Overboard is an ingenious reverse-detective game in which you must get away with murder. It’s a delightfully twisted premise from narrative adventure maestros Inkle, whose previous efforts include 80 Days and Heavens Vault. But it’s the frequently hilarious and astonishingly open-ended execution that catapults Overboard into the cream of virtual detective fiction.
You play Veronica Villensey, a 1930s former starlet who is a passenger on the steamship SS Hook, crossing from London to New York. The night before the boat arrives at its destination, Veronica pushes her husband Malcolm over the railing of the upper deck, plunging him into the Atlantic. Dousing her guilt with a sleeping pill, Veronica awakens the next morning with just eight hours until they reach port. Unfortunately for Veronica, the ship’s passengers and crew are all ripped straight from the pages of an Agatha Christie novel. There are multiple potential witnesses, nosy old ladies, and a retired British-Indian Army Major who fancies himself a detective. Getting away with murder, therefore, will require some deft social manoeuvring and some sleuthing of your own.
Functionally, Overboard is a narrative adventure where most of interaction occurs through dialogue. But Overboard has a couple of features that immediately set it apart from most of its peers. The first is the concept itself, which is not only a great hook to get you into the game, but a fantastic framing device for approaching conversations. From the moment the ship’s porter knocks on your door to warn you breakfast service is ending, you’re thinking about how best to respond to avoid implicating yourself. Do you feign ignorance about your husband’s whereabouts, pretend everything’s normal, or try to get ahead of any investigation by raising the alarm yourself?
You’re analysing every potential response for ways it could push the spotlight away from you, or how it could bite you in the backside later on, and this context makes Overboard’s choices delightful to grapple with. The other notable feature is how Overboard uses time and the ship’s layout as branches in the narrative. As the day progresses, characters move to different locations, while the available conversations and actions you can take change. The ship also takes time to navigate, and you can’t be everywhere at once, so you must pick and choose where to go, who to speak to, which snake in your viper’s nest of problems to strangle.
A single run of Overboard doesn’t take long, twenty minutes at most. But your chances of getting away with murder on your first attempt are slim. It took me two attempts to evade the clutches of the law by the slimmest of margins (everybody knew I’d done it, but they didn’t have the evidence to prove it). Crucially though, getting away with murder is not the end of the game. There are far more challenging objectives that you need to achieve to truly “complete” the experience, objectives that reveal more about the story and the true motivations behind Veronica’s dastardly deeds.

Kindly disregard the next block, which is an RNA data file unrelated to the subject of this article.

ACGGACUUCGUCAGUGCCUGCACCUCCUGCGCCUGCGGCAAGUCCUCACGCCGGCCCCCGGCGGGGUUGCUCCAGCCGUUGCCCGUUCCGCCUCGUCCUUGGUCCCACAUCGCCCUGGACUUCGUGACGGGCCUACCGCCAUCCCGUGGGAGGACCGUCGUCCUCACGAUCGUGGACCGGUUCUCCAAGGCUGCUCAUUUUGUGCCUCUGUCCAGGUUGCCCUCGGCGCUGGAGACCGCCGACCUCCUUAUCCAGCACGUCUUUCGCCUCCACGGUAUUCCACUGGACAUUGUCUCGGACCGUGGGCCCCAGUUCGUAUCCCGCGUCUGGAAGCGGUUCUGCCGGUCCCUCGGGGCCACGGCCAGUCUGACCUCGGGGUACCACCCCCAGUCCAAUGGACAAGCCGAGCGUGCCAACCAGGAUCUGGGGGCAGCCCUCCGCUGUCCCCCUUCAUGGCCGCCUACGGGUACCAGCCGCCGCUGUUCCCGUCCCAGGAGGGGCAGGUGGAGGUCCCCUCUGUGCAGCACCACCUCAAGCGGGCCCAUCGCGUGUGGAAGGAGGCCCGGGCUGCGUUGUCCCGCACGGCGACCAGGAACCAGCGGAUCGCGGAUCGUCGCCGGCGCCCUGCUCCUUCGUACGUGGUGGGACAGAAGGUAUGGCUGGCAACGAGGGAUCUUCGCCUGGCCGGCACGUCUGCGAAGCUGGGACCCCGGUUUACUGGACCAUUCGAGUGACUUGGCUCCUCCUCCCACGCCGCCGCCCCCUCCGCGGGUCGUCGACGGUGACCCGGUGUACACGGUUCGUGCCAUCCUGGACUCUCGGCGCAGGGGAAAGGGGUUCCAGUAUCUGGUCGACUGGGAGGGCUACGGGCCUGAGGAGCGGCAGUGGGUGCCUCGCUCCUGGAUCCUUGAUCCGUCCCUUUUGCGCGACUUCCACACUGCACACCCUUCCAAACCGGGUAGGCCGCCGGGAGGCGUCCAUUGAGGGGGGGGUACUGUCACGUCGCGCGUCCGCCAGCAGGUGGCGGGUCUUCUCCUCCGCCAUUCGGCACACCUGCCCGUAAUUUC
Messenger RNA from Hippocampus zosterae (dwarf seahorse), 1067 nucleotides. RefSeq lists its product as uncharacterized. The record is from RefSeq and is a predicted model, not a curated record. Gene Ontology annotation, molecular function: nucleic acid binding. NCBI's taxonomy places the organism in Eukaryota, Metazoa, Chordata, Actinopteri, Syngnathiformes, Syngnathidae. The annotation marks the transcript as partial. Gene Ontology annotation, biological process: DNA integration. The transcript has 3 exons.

Even if you manage those, you won’t have truly “finished” Overboard, due to the sheer range of ways you can approach its topsy-turvy whodunit. One way you can try to evade justice is by committing more murders, eliminating witnesses in a variety of darkly colourful ways. There’s even an achievement for killing everyone else on the ship, the perfect example of just how flexible Overboard’s story is.
Beyond Overboard’s clever mechanical structure, it’s also a brilliantly written game. Veronica is the perfect anti-hero, sly and charming and a delight to inhabit. The secondary characters are equally well drawn, such as the scheming gossip “Lady H” and the infuriatingly tearful Clarissa Turpentine. Overboard excels at imbuing Veronica’s own motivations within you, giving you seemingly legitimate reasons for wanting to manipulate and murder the ship’s other passengers.
Overboard is a neat and tidy package, with no major flaws to speak of. There are a few nits I could pick, however. The emphasis on repetition means the dialogue takes a back seat after a few play-throughs, and you increasingly treat the game purely as a nut to be cracked rather than an experience to be enjoyed. In addition, even with its replayability taken into account, Overboard is still a brief affair. It is priced accordingly, however, so it would be churlish to complain about this too much.
As I said, nitpicking, Overboard got its claws into me more effectively than the most conniving gold-digger, and I haven’t stopped thinking about it since I started playing. One night I was washing up and had a flash of inspiration about how to solve a particular problem, and I rushed upstairs to test my theory with another quick playthrough. A game making you drop reality like that is always a sign of excellence, and I’d happily dip back into Overboard’s treacherous waters any time.
October 14 2021 | 15:04